“A day after a surprise US supreme court decision to outlaw streaming TV service Aereo, US broadcaster Fox has moved to use the ruling to clamp down on another internet TV service. Fox has cited Wednesday’s ruling – which found Aereo to be operating illegally – to bolster its claim against a service offered by Dish, America’s third largest pay TV service, which streams live TV programming over the internet to its subscribers and allows them to copy programmes onto tablet computers for viewing outside the home.” –

Nevermind that Fox has already lost a number of times in trying to stop Dish from allowing customers to use this basic and helpful technology, the Aereo decision has sent a clear message to Fox that they must stop this technology from spreading. Again, Dish is simply allowing customers to watch live TV or programs on their DVR on their phones, tablets and computers. That is it.

But according to Fox’s legal team, since the Supreme Court ruled that Aereo’s service is illegal, Dish’s technology constituted an “unauthorized public performance of Fox’s copyrighted works.” This after Dish ALREADY HAS A LICENSE to broadcast Fox programing.

As Jason Buckweitz, associate director for the Columbia Institute for Tele-Information, states in the Guardian piece, the fact that Dish has a license likely won’t stop Fox because the Aereo case will be cited “by broadcasters looking to reach better terms or shut down new services they believe harm their businesses.”

“They do not want to let go of what works for them,” he said. “What’s sad is that the brakes are going to be put on innovation. Do you want to be a company that tries new things or do you want to play it safe?” –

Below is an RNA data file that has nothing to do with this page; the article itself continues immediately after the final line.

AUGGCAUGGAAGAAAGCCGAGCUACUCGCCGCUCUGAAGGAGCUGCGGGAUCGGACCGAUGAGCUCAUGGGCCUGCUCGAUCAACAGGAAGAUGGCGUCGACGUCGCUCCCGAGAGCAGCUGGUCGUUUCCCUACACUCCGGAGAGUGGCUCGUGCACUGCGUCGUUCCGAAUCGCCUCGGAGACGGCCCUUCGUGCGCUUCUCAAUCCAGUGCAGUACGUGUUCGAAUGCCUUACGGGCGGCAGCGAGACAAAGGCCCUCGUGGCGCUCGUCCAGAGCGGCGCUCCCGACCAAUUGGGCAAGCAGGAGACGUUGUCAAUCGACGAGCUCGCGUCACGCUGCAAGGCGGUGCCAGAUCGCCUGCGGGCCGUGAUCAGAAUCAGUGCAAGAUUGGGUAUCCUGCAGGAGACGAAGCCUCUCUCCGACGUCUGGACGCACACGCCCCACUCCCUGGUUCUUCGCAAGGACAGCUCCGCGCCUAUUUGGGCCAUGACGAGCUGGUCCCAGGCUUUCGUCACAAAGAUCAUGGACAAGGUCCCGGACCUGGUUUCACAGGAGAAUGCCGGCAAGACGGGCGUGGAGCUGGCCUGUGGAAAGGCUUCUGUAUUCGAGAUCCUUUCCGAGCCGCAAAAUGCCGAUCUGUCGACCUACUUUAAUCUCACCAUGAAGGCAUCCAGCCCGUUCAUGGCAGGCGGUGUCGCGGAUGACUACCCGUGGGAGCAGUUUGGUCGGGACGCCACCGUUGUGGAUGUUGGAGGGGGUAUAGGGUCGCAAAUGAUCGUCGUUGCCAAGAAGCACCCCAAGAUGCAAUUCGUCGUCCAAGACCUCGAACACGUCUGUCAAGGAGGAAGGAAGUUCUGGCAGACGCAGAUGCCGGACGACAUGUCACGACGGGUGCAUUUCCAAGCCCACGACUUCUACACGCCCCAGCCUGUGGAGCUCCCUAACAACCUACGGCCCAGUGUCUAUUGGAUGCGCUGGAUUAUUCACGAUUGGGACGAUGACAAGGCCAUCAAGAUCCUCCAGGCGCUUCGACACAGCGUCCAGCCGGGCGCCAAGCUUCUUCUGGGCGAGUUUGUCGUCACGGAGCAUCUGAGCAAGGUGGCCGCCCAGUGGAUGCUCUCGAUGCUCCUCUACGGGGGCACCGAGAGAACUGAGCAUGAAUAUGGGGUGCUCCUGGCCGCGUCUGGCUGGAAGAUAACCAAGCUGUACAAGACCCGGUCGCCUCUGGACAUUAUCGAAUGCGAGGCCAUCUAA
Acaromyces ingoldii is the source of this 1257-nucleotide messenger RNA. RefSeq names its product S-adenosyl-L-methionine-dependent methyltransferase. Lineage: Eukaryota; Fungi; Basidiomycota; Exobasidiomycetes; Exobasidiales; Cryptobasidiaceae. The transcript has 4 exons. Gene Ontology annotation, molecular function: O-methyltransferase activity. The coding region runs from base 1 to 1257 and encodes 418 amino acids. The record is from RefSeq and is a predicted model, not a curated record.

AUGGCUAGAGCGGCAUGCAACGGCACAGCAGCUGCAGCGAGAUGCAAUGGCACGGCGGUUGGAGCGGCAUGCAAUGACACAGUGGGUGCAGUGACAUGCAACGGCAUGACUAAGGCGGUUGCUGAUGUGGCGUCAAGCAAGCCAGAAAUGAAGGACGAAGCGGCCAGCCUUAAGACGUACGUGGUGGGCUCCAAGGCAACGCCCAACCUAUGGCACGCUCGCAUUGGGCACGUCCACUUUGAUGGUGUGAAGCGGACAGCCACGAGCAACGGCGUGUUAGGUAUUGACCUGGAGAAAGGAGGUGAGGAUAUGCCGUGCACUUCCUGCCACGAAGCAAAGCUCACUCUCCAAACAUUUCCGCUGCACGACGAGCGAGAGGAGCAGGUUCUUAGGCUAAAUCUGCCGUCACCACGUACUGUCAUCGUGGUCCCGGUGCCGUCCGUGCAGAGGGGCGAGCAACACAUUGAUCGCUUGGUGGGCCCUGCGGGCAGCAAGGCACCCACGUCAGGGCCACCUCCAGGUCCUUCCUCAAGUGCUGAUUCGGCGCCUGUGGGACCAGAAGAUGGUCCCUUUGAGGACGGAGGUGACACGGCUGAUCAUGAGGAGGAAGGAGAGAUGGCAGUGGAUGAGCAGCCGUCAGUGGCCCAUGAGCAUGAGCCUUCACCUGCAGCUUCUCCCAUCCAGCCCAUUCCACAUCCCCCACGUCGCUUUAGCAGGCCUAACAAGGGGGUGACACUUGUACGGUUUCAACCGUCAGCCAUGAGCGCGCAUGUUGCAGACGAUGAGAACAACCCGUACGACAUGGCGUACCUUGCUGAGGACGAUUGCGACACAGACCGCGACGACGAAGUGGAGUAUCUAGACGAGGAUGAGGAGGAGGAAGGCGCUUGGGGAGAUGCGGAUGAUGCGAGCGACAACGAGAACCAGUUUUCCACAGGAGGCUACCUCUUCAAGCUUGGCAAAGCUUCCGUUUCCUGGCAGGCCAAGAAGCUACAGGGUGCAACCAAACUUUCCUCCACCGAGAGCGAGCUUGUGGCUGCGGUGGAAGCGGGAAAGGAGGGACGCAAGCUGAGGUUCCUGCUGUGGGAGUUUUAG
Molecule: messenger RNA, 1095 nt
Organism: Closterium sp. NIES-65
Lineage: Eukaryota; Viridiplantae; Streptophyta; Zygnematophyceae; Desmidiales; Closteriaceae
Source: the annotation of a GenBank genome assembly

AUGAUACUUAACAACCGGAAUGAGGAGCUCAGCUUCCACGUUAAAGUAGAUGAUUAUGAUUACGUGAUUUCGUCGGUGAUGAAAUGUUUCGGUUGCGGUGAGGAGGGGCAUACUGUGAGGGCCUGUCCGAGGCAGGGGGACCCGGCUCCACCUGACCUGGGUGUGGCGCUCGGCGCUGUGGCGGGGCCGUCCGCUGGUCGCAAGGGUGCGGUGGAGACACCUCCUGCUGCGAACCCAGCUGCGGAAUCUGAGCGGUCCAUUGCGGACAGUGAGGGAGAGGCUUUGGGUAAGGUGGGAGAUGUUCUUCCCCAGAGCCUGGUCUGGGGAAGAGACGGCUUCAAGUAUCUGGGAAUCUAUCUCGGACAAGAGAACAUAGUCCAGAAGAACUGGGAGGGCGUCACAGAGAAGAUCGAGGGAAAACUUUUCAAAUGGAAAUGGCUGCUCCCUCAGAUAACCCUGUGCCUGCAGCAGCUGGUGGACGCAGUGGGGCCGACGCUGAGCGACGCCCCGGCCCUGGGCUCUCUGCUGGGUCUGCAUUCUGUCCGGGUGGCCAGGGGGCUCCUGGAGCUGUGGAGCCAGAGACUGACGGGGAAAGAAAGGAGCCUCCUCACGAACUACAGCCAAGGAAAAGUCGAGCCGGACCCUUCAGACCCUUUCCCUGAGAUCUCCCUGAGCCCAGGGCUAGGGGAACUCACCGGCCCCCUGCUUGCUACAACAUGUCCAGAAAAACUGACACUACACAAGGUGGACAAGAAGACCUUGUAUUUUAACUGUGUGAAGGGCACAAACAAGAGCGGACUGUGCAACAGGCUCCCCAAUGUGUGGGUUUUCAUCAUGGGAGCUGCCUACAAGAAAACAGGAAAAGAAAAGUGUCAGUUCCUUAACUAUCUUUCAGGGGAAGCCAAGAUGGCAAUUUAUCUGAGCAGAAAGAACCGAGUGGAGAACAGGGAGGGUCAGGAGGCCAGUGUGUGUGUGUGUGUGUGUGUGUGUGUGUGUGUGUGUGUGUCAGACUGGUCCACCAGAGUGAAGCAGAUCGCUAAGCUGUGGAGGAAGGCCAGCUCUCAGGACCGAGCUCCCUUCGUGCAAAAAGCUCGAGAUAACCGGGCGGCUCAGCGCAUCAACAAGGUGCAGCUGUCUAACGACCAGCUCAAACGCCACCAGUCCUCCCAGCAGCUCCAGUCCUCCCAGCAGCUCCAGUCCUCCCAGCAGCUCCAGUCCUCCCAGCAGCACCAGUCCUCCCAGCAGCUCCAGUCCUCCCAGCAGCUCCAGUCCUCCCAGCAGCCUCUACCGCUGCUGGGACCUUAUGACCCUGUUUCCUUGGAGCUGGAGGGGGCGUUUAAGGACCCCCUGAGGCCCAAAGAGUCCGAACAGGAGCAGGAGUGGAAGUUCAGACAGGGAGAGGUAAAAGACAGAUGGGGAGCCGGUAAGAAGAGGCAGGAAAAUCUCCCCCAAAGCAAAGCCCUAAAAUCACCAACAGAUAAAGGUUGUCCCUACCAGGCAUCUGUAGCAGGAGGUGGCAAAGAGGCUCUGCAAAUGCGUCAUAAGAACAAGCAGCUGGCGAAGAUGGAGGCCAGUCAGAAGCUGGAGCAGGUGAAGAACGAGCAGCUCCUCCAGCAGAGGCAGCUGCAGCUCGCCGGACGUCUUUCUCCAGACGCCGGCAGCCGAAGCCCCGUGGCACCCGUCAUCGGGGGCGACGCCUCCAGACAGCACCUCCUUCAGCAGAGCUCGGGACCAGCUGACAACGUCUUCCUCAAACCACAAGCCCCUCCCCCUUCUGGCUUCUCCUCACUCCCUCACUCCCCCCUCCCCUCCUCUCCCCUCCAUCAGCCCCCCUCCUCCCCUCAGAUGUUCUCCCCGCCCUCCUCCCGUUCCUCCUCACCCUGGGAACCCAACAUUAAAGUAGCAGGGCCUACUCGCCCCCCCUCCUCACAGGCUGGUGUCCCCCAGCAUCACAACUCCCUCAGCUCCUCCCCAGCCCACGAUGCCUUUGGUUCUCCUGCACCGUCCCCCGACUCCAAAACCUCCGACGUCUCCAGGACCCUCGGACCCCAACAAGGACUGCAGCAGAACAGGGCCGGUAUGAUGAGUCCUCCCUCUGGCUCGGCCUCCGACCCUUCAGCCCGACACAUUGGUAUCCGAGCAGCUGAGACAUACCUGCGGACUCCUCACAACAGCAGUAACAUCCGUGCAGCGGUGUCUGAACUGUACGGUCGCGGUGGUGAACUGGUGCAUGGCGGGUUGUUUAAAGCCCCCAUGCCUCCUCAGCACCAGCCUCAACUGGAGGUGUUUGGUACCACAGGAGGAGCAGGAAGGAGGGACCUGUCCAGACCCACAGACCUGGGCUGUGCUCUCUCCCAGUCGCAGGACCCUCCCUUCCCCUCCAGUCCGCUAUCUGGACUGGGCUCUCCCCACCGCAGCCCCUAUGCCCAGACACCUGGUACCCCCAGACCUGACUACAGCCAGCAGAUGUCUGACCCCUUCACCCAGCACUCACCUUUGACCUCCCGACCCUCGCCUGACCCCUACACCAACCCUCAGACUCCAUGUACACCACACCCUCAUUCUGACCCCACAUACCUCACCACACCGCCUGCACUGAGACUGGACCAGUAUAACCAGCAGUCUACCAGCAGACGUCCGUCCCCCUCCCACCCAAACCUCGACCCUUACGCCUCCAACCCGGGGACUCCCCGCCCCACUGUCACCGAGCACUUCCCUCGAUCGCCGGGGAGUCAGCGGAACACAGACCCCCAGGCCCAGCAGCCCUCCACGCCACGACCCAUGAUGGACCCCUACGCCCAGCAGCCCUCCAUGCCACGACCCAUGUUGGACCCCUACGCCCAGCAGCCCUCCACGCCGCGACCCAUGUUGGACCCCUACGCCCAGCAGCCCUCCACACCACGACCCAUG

The cable and broadband industry are already known as the most backwards thinking groups in the world. As former Time Warner Cable CEO Glenn Britt (who sadly passed away recently) stated last year:

Time Warner Cable CEO Glenn Britt revealed for the first time that the company has more than 300 contracts with content creators, and many of those contracts ban companies from offering their content online. Sources tell Bloomberg this is a fairly common occurrence, though cable companies, most of whom profess to love the “free market” at every possible opportunity, refuse to comment publicly on them. –

Go Innovation!

When Leslie Moonves, the chief executive of CBS, was recently asked for comment about the Aereo decision, he repeated the same line as always….want the online streaming? Pay us substantially for a number of un-watched channels or else. Therefore, the public should expect the TV industry to continue vastly over-pricing their services and demanding substantial sums of money for the right to stream content already purchased.

Jason Bloom, a partner with Haynes & Boone in Dallas told Forbes that Aereo’s decision could be used against any service that allows its users to traffic in infringing materials such as YouTube.

“What the cloud does and what Aereo does are much more similar than what the cloud and an internet service provider does,” Bloom said, however. If enough users uploaded a bootleg copy of a movie to iCloud and then distributed it to their friends, that might also cross the line into a “public performance” under the court’s reasoning today, he said. –

Not to worry, Jason Bloom. Knowing the TV and Cable industry, it is doubtful they will try to cross that line. It isn’t as if the TV industry is known as the most backwards, restrictive industry in American history innovation-wise.